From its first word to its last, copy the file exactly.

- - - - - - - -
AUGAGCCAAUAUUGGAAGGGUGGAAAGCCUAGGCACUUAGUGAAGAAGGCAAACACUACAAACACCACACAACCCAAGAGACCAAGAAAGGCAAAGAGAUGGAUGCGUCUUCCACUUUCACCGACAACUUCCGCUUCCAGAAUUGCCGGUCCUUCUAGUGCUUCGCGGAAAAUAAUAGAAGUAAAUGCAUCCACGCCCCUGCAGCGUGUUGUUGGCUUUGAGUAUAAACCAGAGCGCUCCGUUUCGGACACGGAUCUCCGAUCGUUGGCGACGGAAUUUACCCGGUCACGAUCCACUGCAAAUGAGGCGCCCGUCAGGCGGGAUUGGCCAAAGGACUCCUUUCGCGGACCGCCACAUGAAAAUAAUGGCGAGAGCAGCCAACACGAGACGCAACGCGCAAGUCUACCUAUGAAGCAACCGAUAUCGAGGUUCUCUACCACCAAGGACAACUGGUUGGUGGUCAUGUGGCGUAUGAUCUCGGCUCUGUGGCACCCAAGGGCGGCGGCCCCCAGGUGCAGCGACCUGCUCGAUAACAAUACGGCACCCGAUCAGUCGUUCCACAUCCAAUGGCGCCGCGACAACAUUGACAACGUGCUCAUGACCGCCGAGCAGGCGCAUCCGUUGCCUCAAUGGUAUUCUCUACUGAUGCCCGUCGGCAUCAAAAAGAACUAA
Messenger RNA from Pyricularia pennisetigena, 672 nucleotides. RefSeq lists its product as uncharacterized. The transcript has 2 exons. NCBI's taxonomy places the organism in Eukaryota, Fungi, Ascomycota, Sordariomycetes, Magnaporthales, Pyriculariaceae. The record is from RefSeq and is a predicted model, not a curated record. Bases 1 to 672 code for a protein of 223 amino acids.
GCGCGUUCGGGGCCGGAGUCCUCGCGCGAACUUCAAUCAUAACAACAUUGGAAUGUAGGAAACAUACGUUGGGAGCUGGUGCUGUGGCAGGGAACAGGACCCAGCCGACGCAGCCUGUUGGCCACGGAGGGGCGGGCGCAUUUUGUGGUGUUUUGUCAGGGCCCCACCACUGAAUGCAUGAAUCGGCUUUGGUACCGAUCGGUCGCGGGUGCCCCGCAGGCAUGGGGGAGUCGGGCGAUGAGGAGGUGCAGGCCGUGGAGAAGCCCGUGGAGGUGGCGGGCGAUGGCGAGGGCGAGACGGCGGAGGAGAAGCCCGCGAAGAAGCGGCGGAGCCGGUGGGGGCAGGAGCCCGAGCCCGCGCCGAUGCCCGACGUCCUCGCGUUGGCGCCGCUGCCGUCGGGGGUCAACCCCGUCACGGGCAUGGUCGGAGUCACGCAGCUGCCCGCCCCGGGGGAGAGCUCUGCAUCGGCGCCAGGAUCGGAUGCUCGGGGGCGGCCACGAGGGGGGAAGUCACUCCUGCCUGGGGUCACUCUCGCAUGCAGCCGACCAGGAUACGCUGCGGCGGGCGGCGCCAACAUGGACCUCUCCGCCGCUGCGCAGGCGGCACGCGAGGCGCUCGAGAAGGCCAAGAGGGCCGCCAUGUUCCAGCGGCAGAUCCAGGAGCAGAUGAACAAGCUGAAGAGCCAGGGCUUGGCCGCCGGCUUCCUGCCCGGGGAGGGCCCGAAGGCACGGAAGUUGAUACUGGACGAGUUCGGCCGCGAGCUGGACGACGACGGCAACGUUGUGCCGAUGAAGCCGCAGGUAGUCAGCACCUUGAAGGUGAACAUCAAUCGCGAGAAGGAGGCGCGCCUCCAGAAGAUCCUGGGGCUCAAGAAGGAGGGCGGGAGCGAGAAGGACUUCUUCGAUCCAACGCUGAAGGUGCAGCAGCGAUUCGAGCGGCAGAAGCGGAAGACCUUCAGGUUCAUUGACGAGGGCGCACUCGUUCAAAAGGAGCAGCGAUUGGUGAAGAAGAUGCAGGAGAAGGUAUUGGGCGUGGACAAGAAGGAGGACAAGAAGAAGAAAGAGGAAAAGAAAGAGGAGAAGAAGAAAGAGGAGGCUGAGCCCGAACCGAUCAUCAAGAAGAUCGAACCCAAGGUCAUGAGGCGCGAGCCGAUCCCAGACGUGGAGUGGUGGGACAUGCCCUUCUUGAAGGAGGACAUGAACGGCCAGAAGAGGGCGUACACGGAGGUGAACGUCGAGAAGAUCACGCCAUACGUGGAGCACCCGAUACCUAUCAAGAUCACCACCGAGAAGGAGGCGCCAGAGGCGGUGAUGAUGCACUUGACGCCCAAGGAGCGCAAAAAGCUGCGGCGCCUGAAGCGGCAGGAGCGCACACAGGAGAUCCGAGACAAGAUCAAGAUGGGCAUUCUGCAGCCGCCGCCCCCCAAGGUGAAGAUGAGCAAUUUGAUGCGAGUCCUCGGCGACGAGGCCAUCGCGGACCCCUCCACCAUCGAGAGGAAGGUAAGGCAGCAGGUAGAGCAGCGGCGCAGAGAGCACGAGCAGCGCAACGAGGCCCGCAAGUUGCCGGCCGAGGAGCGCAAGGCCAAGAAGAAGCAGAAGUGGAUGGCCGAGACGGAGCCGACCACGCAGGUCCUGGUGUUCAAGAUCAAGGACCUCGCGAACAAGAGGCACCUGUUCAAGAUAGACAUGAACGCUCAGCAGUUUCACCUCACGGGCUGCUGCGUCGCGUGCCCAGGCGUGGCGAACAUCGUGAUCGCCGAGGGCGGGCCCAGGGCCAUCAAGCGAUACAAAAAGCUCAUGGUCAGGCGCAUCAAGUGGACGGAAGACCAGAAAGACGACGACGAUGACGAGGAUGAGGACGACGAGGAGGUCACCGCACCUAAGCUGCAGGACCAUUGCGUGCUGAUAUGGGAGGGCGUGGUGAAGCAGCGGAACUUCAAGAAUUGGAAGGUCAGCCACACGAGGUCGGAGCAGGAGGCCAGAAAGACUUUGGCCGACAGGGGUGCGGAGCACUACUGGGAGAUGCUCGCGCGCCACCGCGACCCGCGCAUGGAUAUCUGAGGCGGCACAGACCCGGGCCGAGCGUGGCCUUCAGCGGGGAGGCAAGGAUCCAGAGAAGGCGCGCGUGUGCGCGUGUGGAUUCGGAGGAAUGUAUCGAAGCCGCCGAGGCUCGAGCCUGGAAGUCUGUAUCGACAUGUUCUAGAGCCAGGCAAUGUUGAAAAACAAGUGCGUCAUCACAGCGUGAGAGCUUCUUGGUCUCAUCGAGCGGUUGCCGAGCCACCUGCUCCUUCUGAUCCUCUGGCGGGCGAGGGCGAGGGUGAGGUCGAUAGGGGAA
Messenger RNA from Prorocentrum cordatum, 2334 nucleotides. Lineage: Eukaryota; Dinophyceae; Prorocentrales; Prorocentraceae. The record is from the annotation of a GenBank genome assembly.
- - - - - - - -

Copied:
AUGAGCCAAUAUUGGAAGGGUGGAAAGCCUAGGCACUUAGUGAAGAAGGCAAACACUACAAACACCACACAACCCAAGAGACCAAGAAAGGCAAAGAGAUGGAUGCGUCUUCCACUUUCACCGACAACUUCCGCUUCCAGAAUUGCCGGUCCUUCUAGUGCUUCGCGGAAAAUAAUAGAAGUAAAUGCAUCCACGCCCCUGCAGCGUGUUGUUGGCUUUGAGUAUAAACCAGAGCGCUCCGUUUCGGACACGGAUCUCCGAUCGUUGGCGACGGAAUUUACCCGGUCACGAUCCACUGCAAAUGAGGCGCCCGUCAGGCGGGAUUGGCCAAAGGACUCCUUUCGCGGACCGCCACAUGAAAAUAAUGGCGAGAGCAGCCAACACGAGACGCAACGCGCAAGUCUACCUAUGAAGCAACCGAUAUCGAGGUUCUCUACCACCAAGGACAACUGGUUGGUGGUCAUGUGGCGUAUGAUCUCGGCUCUGUGGCACCCAAGGGCGGCGGCCCCCAGGUGCAGCGACCUGCUCGAUAACAAUACGGCACCCGAUCAGUCGUUCCACAUCCAAUGGCGCCGCGACAACAUUGACAACGUGCUCAUGACCGCCGAGCAGGCGCAUCCGUUGCCUCAAUGGUAUUCUCUACUGAUGCCCGUCGGCAUCAAAAAGAACUAA
Messenger RNA from Pyricularia pennisetigena, 672 nucleotides. RefSeq lists its product as uncharacterized. The transcript has 2 exons. NCBI's taxonomy places the organism in Eukaryota, Fungi, Ascomycota, Sordariomycetes, Magnaporthales, Pyriculariaceae. The record is from RefSeq and is a predicted model, not a curated record. Bases 1 to 672 code for a protein of 223 amino acids.
GCGCGUUCGGGGCCGGAGUCCUCGCGCGAACUUCAAUCAUAACAACAUUGGAAUGUAGGAAACAUACGUUGGGAGCUGGUGCUGUGGCAGGGAACAGGACCCAGCCGACGCAGCCUGUUGGCCACGGAGGGGCGGGCGCAUUUUGUGGUGUUUUGUCAGGGCCCCACCACUGAAUGCAUGAAUCGGCUUUGGUACCGAUCGGUCGCGGGUGCCCCGCAGGCAUGGGGGAGUCGGGCGAUGAGGAGGUGCAGGCCGUGGAGAAGCCCGUGGAGGUGGCGGGCGAUGGCGAGGGCGAGACGGCGGAGGAGAAGCCCGCGAAGAAGCGGCGGAGCCGGUGGGGGCAGGAGCCCGAGCCCGCGCCGAUGCCCGACGUCCUCGCGUUGGCGCCGCUGCCGUCGGGGGUCAACCCCGUCACGGGCAUGGUCGGAGUCACGCAGCUGCCCGCCCCGGGGGAGAGCUCUGCAUCGGCGCCAGGAUCGGAUGCUCGGGGGCGGCCACGAGGGGGGAAGUCACUCCUGCCUGGGGUCACUCUCGCAUGCAGCCGACCAGGAUACGCUGCGGCGGGCGGCGCCAACAUGGACCUCUCCGCCGCUGCGCAGGCGGCACGCGAGGCGCUCGAGAAGGCCAAGAGGGCCGCCAUGUUCCAGCGGCAGAUCCAGGAGCAGAUGAACAAGCUGAAGAGCCAGGGCUUGGCCGCCGGCUUCCUGCCCGGGGAGGGCCCGAAGGCACGGAAGUUGAUACUGGACGAGUUCGGCCGCGAGCUGGACGACGACGGCAACGUUGUGCCGAUGAAGCCGCAGGUAGUCAGCACCUUGAAGGUGAACAUCAAUCGCGAGAAGGAGGCGCGCCUCCAGAAGAUCCUGGGGCUCAAGAAGGAGGGCGGGAGCGAGAAGGACUUCUUCGAUCCAACGCUGAAGGUGCAGCAGCGAUUCGAGCGGCAGAAGCGGAAGACCUUCAGGUUCAUUGACGAGGGCGCACUCGUUCAAAAGGAGCAGCGAUUGGUGAAGAAGAUGCAGGAGAAGGUAUUGGGCGUGGACAAGAAGGAGGACAAGAAGAAGAAAGAGGAAAAGAAAGAGGAGAAGAAGAAAGAGGAGGCUGAGCCCGAACCGAUCAUCAAGAAGAUCGAACCCAAGGUCAUGAGGCGCGAGCCGAUCCCAGACGUGGAGUGGUGGGACAUGCCCUUCUUGAAGGAGGACAUGAACGGCCAGAAGAGGGCGUACACGGAGGUGAACGUCGAGAAGAUCACGCCAUACGUGGAGCACCCGAUACCUAUCAAGAUCACCACCGAGAAGGAGGCGCCAGAGGCGGUGAUGAUGCACUUGACGCCCAAGGAGCGCAAAAAGCUGCGGCGCCUGAAGCGGCAGGAGCGCACACAGGAGAUCCGAGACAAGAUCAAGAUGGGCAUUCUGCAGCCGCCGCCCCCCAAGGUGAAGAUGAGCAAUUUGAUGCGAGUCCUCGGCGACGAGGCCAUCGCGGACCCCUCCACCAUCGAGAGGAAGGUAAGGCAGCAGGUAGAGCAGCGGCGCAGAGAGCACGAGCAGCGCAACGAGGCCCGCAAGUUGCCGGCCGAGGAGCGCAAGGCCAAGAAGAAGCAGAAGUGGAUGGCCGAGACGGAGCCGACCACGCAGGUCCUGGUGUUCAAGAUCAAGGACCUCGCGAACAAGAGGCACCUGUUCAAGAUAGACAUGAACGCUCAGCAGUUUCACCUCACGGGCUGCUGCGUCGCGUGCCCAGGCGUGGCGAACAUCGUGAUCGCCGAGGGCGGGCCCAGGGCCAUCAAGCGAUACAAAAAGCUCAUGGUCAGGCGCAUCAAGUGGACGGAAGACCAGAAAGACGACGACGAUGACGAGGAUGAGGACGACGAGGAGGUCACCGCACCUAAGCUGCAGGACCAUUGCGUGCUGAUAUGGGAGGGCGUGGUGAAGCAGCGGAACUUCAAGAAUUGGAAGGUCAGCCACACGAGGUCGGAGCAGGAGGCCAGAAAGACUUUGGCCGACAGGGGUGCGGAGCACUACUGGGAGAUGCUCGCGCGCCACCGCGACCCGCGCAUGGAUAUCUGAGGCGGCACAGACCCGGGCCGAGCGUGGCCUUCAGCGGGGAGGCAAGGAUCCAGAGAAGGCGCGCGUGUGCGCGUGUGGAUUCGGAGGAAUGUAUCGAAGCCGCCGAGGCUCGAGCCUGGAAGUCUGUAUCGACAUGUUCUAGAGCCAGGCAAUGUUGAAAAACAAGUGCGUCAUCACAGCGUGAGAGCUUCUUGGUCUCAUCGAGCGGUUGCCGAGCCACCUGCUCCUUCUGAUCCUCUGGCGGGCGAGGGCGAGGGUGAGGUCGAUAGGGGAA
Messenger RNA from Prorocentrum cordatum, 2334 nucleotides. Lineage: Eukaryota; Dinophyceae; Prorocentrales; Prorocentraceae. The record is from the annotation of a GenBank genome assembly.